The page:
College starts scholarship to remember Devin Moore

Devin Moore

Rachel Duthie

Devin Moore wanted to become a sports commentator after college, a dream that emerged from his lifelong love of basketball.

That dream was cut short when Moore, a senior journalism major, died in December when he collapsed at the Student Recreation and Wellness Center.

Now, his family is starting a scholarship to make sure that others like him will not miss an opportunity.

“As a parent, when your child dies, the worst thing you think of the person and their story will be forgotten,” said Christa Poole, Moore’s mother. “It’s a way to preserve his legacy and help him continue to influence people the way that he did.”

The Devin C.G. Moore Memorial Scholarship will award $1,000 to an underrepresented student majoring in broadcast journalism.

It will be offered through the College of Communication and Information starting in the fall semester.

“The whole thing is just so sad, and it just put a explanation point on all the sadness, and how they (Moore’s family) must be feeling,” said Amy Reynolds, the dean of the College of Information and Communication and coordinator of the scholarship. “We thought that through this we could make something positive out of the sadness.”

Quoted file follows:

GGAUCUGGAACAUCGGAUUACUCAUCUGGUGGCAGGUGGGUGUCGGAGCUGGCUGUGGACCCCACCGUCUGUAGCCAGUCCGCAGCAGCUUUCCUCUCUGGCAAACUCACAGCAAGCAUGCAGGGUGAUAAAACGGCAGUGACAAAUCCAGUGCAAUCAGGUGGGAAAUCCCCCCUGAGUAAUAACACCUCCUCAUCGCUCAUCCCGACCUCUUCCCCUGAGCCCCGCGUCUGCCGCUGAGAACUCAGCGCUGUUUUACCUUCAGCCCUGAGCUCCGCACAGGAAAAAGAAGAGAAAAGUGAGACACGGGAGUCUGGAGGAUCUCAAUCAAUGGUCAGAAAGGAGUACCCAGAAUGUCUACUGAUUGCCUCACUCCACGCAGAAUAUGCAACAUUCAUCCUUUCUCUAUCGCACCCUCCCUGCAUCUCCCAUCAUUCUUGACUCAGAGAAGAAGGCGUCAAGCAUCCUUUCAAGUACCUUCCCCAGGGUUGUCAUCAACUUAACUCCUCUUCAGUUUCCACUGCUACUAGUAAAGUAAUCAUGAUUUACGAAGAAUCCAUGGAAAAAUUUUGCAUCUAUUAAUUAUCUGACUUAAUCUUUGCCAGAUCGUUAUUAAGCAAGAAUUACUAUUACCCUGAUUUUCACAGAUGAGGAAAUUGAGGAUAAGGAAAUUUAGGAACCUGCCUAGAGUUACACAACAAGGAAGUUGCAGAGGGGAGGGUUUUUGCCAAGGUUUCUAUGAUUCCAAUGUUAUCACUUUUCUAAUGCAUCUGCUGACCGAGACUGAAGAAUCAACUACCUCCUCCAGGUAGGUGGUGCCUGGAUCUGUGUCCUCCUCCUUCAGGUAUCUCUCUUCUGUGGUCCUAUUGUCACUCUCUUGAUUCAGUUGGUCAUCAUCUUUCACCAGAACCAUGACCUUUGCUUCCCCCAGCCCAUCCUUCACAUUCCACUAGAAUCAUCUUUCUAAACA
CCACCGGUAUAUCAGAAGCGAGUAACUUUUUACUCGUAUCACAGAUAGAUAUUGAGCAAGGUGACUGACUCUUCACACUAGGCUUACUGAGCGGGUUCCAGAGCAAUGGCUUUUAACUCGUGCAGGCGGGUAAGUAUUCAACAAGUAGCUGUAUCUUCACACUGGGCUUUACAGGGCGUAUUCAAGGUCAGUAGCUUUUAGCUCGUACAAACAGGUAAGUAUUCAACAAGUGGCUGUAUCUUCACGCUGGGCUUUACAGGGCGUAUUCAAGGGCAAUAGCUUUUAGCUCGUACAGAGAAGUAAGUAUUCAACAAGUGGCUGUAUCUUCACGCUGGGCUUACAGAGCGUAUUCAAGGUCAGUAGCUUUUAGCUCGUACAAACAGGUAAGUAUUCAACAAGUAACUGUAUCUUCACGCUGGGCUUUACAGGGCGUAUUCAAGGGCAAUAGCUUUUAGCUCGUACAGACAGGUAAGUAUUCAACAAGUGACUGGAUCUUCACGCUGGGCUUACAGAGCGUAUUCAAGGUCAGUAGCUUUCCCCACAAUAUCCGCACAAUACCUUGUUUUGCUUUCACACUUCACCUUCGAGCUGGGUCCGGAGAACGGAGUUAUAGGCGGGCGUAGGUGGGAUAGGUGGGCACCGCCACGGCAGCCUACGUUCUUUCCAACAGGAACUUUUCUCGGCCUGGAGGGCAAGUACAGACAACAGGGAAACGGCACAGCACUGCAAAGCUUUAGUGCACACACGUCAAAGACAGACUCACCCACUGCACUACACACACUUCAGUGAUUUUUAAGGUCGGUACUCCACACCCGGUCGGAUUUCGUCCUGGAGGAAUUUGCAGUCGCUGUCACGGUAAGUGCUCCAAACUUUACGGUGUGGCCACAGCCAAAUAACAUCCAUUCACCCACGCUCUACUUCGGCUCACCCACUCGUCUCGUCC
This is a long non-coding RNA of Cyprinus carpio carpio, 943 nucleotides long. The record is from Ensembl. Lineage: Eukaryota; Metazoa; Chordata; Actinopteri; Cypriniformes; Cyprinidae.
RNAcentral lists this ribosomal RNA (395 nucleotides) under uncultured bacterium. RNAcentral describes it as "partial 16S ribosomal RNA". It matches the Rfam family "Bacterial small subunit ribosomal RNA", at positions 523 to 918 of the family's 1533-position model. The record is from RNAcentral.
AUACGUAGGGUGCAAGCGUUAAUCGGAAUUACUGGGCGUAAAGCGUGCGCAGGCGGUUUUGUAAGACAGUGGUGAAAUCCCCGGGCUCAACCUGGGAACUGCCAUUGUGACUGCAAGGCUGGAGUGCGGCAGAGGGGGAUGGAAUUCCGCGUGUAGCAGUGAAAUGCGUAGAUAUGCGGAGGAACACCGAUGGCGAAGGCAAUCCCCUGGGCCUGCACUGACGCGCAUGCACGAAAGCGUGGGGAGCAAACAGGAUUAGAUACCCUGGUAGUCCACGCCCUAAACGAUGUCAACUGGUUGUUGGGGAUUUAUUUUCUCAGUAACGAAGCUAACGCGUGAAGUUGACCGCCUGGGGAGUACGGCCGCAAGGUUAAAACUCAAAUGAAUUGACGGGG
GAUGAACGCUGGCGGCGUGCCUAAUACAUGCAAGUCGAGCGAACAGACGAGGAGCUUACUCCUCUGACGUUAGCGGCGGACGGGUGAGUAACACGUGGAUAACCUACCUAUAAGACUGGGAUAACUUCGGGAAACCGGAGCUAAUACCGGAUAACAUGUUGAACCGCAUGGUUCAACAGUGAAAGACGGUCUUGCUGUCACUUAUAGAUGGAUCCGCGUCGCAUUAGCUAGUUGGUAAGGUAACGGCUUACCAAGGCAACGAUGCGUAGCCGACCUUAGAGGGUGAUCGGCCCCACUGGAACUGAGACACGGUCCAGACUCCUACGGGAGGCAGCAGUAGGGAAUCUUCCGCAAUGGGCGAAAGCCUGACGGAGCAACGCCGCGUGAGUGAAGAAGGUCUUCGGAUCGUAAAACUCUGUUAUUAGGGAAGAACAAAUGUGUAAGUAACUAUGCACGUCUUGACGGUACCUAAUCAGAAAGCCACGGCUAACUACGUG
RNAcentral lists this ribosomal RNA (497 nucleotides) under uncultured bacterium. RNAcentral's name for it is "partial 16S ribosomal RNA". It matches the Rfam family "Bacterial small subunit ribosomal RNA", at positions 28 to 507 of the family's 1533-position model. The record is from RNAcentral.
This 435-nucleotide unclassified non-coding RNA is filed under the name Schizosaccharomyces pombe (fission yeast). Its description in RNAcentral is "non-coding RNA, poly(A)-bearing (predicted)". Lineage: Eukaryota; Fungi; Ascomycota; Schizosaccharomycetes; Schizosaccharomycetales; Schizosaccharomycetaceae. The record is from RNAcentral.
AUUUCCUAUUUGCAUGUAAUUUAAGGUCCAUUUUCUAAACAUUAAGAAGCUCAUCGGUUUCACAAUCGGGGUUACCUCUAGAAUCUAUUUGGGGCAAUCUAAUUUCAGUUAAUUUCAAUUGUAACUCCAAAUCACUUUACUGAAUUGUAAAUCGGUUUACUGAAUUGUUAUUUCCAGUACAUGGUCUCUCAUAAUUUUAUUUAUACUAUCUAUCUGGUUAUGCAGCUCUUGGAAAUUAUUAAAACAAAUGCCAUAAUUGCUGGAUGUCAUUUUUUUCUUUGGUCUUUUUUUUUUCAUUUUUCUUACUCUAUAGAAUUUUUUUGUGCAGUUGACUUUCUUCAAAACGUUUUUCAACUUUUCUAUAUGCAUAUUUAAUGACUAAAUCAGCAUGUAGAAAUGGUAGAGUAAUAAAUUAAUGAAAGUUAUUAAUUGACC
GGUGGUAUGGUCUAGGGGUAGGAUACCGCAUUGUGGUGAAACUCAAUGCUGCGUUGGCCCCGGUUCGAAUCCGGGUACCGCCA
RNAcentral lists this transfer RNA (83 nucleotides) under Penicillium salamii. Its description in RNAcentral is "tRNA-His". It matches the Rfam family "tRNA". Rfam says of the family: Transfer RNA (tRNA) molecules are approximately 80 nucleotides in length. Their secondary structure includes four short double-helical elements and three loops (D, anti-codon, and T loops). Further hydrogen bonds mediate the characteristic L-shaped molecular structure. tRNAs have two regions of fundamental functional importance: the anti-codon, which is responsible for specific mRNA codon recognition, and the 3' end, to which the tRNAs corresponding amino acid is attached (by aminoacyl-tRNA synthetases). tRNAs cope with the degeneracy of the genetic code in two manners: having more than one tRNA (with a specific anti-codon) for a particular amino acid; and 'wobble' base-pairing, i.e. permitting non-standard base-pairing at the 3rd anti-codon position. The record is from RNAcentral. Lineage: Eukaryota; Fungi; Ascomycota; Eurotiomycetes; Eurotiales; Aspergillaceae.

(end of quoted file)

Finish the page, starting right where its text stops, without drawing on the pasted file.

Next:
Moore was a people person and knew how to talk to just about anyone, according to Poole. He was also heavily involved on campus, especially in his fraternity Omega Psi Phi Fraternity, Inc., where he was named 2017 4th District Undergraduate Omega Man of the Year.

Moore also hosted his own radio show on Black Squirrel Radio and served as an entertainment reporter for TV2.

He died Dec. 6 due to an unknown heart condition called aortic stenosis, a common but serious valve disease that restricts blood flow from the heart to the main artery. He was expected to graduate in May.

“He was driven, and never wavered in terms of his confidence. And the fact that we lost him during his senior year is heartbreaking,” Poole said. “We immediately thought about how the scholarship would help his dreams live on, and how that could happen through other students who have the same ambitions and the same drive.”

Moore’s parents approached Dean of Students Lamar Hylton to start a scholarship shortly after his funeral. While Hylton has handled many student deaths in the past, he has never seen so many donations in such a short amount of time.

“It speaks to how Devin was so connected on campus, and was just loved by everyone he came in contact with,” he said.

Since the scholarship isn’t endowed, the college had to put forth the $1,000 – but it’s anticipated to grow. As of Jan. 12, donations from Moore’s friends, family and members from Omega Psi Phi increased the scholarship fund balance to nearly $7,000.

The school hopes to have the scholarship endowed in the next several years.

As for Poole, she plans on getting involved in advocacy for early heart screenings in Devin’s hometown of Beachwood.

Rachel Duthie is the features editor. Contact her at [email protected].